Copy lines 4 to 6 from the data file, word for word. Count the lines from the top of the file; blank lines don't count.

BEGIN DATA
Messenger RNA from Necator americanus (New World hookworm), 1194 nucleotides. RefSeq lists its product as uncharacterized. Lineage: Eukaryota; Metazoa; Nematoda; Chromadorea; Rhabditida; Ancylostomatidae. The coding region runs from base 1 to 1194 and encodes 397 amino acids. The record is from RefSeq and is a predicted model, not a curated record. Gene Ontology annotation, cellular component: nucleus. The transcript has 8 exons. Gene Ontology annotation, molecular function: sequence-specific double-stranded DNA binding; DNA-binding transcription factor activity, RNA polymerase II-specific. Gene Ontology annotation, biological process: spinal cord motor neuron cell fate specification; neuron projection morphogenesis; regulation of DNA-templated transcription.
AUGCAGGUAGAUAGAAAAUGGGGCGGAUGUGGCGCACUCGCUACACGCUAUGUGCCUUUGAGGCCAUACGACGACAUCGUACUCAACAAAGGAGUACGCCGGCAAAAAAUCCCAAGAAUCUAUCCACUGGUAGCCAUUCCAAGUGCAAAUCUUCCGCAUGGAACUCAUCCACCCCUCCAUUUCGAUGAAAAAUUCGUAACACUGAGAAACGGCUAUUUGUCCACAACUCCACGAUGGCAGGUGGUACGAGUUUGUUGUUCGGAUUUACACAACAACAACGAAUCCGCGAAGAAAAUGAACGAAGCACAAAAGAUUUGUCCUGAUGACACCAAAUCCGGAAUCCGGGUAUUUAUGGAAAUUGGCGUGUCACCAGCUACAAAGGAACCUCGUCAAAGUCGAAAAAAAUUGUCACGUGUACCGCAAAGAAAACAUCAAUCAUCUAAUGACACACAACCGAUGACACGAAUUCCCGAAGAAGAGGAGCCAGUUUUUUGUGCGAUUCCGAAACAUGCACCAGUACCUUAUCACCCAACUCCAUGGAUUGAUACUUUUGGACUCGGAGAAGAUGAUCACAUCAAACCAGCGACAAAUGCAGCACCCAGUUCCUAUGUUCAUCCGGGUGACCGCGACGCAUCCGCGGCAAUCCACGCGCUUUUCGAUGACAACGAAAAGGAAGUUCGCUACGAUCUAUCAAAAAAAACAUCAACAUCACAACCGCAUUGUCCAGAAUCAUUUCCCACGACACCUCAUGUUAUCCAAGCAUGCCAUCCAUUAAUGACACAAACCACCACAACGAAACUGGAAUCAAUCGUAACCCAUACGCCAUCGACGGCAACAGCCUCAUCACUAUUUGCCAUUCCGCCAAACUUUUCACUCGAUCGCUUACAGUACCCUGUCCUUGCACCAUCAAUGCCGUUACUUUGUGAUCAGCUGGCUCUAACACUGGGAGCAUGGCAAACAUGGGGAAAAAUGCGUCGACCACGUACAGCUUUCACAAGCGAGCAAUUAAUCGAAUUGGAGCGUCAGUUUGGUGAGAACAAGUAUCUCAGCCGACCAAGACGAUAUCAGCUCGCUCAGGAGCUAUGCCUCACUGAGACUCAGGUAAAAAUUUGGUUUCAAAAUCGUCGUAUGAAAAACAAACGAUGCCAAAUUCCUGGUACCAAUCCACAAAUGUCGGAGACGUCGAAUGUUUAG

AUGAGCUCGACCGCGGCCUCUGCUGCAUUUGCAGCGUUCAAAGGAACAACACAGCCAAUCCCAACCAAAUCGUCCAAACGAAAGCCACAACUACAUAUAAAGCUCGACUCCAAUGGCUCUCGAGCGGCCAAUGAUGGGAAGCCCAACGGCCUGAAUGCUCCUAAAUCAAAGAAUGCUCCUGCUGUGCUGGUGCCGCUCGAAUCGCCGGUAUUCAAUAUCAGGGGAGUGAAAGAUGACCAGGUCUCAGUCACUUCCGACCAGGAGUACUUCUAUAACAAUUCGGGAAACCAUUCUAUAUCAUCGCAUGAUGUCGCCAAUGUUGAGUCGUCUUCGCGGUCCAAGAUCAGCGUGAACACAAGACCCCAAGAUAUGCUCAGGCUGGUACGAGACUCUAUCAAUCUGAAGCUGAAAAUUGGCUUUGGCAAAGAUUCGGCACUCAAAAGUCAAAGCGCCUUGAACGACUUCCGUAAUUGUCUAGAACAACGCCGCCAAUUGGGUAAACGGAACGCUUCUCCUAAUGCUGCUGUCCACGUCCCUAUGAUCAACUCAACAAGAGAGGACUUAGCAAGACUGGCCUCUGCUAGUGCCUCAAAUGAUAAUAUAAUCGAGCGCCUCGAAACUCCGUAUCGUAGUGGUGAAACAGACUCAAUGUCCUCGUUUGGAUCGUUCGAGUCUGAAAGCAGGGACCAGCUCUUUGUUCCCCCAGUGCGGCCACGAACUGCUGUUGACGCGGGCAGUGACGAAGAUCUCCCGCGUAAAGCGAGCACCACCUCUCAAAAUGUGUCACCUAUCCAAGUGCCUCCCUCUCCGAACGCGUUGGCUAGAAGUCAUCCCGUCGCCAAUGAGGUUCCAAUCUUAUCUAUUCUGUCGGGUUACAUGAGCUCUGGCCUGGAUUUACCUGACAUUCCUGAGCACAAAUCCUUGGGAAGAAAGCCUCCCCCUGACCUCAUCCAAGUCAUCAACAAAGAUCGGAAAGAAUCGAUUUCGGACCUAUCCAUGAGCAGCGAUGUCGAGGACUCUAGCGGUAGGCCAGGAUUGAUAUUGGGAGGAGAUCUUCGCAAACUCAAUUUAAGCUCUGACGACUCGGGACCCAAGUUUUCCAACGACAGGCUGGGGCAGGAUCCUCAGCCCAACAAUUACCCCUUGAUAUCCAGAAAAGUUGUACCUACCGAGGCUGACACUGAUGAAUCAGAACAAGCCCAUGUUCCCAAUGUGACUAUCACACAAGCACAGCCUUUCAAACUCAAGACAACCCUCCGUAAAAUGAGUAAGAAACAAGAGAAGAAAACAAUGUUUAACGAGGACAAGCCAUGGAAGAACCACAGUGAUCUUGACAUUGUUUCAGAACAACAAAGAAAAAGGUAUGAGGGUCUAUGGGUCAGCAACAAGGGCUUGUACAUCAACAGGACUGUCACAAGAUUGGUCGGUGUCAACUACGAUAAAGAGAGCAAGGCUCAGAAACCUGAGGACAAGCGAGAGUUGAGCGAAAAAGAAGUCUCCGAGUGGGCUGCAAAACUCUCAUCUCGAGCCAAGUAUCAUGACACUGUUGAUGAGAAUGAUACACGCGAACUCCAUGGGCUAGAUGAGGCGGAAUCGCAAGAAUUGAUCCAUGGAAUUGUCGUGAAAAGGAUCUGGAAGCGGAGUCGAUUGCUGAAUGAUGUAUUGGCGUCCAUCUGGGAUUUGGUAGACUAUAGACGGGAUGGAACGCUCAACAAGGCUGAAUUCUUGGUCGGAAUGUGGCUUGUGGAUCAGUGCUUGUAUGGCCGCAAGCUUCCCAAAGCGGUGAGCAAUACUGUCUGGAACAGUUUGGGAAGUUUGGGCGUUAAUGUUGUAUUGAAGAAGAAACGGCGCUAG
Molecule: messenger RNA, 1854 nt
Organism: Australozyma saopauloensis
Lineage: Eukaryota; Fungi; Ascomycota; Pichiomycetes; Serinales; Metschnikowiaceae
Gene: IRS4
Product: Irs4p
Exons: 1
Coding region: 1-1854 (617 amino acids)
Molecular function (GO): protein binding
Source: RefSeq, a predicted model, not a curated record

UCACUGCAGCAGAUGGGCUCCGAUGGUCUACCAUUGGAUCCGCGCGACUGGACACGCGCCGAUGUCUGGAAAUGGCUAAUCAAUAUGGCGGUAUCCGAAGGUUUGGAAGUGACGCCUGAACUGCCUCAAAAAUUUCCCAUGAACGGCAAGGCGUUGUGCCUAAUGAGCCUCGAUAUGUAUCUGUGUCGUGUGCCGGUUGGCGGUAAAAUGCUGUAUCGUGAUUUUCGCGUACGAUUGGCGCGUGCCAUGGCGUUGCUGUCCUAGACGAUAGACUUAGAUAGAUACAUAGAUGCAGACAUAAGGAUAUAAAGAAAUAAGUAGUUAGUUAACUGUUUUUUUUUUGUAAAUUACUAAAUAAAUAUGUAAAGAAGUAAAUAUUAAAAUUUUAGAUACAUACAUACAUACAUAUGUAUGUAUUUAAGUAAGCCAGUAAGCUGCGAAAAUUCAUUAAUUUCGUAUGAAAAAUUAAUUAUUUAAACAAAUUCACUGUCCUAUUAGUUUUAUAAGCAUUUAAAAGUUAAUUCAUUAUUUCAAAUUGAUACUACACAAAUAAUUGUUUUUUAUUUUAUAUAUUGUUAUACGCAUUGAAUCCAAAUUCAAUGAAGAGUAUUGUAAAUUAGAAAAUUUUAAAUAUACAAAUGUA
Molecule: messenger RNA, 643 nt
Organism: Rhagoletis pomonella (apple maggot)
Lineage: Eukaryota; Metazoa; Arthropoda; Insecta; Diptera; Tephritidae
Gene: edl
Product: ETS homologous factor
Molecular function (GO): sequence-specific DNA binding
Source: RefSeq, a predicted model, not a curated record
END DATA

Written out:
Molecule: messenger RNA, 1854 nt
Organism: Australozyma saopauloensis
Lineage: Eukaryota; Fungi; Ascomycota; Pichiomycetes; Serinales; Metschnikowiaceae